IVP - Andy Unedited - Academic Publishing Archives

October 20, 2015

Questions Academic Authors Should Ask (4)

Here are two final questions in my series (see here and here and here) of questions that scholars should be asking about publishing.

What about self-publishing?

Continue reading "Questions Academic Authors Should Ask (4)"
Posted by Andy Le Peau at 9:56 AM

October 13, 2015

Questions Academic Authors Should Ask (3)

I've been writing (here and here) about questions scholars should be asking about publishing, but often aren't. Here are a few more.

What about academics writing for a general readership?

Continue reading "Questions Academic Authors Should Ask (3)"
Posted by Andy Le Peau at 9:57 AM

October 8, 2015

Questions Academic Authors Should Ask (2)

In my last post I offered a few questions academic authors should be asking before they start thinking about a manuscript. Here are some more.

Aren't simultaneous submissions taboo?

Continue reading "Questions Academic Authors Should Ask (2)"
Posted by Andy Le Peau at 9:53 AM

October 6, 2015

Questions Academic Authors Should Ask (1)

Sometimes academic authors come to me as an editor with questions about book publishing. Too often they do not. They simply have their proposed manuscript to present. As a result, they sometimes make missteps on the road to publication. As we approach the season of academic conferences where I will be meeting dozens of prospective authors, here are some questions they should be asking.

Continue reading "Questions Academic Authors Should Ask (1)"
Posted by Andy Le Peau at 9:59 AM

May 30, 2013

Stylish Academic Writing 1: Good News, Bad News

Helen Sword rips the veil off one of the worst kept secrets in all of academia: Most academic writing is just plain awful. Jargon-filled, abstract, impersonal, sleep-inducing.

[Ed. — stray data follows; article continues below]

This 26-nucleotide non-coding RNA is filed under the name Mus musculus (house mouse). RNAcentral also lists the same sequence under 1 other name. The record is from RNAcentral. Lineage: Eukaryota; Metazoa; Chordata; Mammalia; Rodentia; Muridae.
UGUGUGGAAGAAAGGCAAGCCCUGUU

Continue reading "Stylish Academic Writing 1: Good News, Bad News"
Posted by Andy Le Peau at 11:46 AM | Comments (3) are closed

November 28, 2012

A Theological App for That

Say you're at lunch and someone starts chatting casually about the aseity of the Son. Well, you don't want to be caught short. No, you want to be part of the conversation. You want to act like you know what's going on by doing more than making knowing grunts of approval. But you really haven't a clue what aseity (uh-SEE-i-tee) is. What do you do?

Continue reading "A Theological App for That"
Posted by Andy Le Peau at 9:16 AM | Comments (1) are closed

April 12, 2011

Merchants of Culture 5: Not All Digital Is Created Equal

The online subscription model has worked wonderfully for academic journals, as John Thomson summarizes in Merchants of Culture, because

Continue reading "Merchants of Culture 5: Not All Digital Is Created Equal"
Posted by Andy Le Peau at 7:48 AM

February 1, 2011

Students Hate/Love Print

Everyone thinks they know where digital publishing is going. Everyone, that is, except for all of us. Take Exhibit A and Exhibit B, brought to my attention by fellow blogger Dan Reid.

Continue reading "Students Hate/Love Print"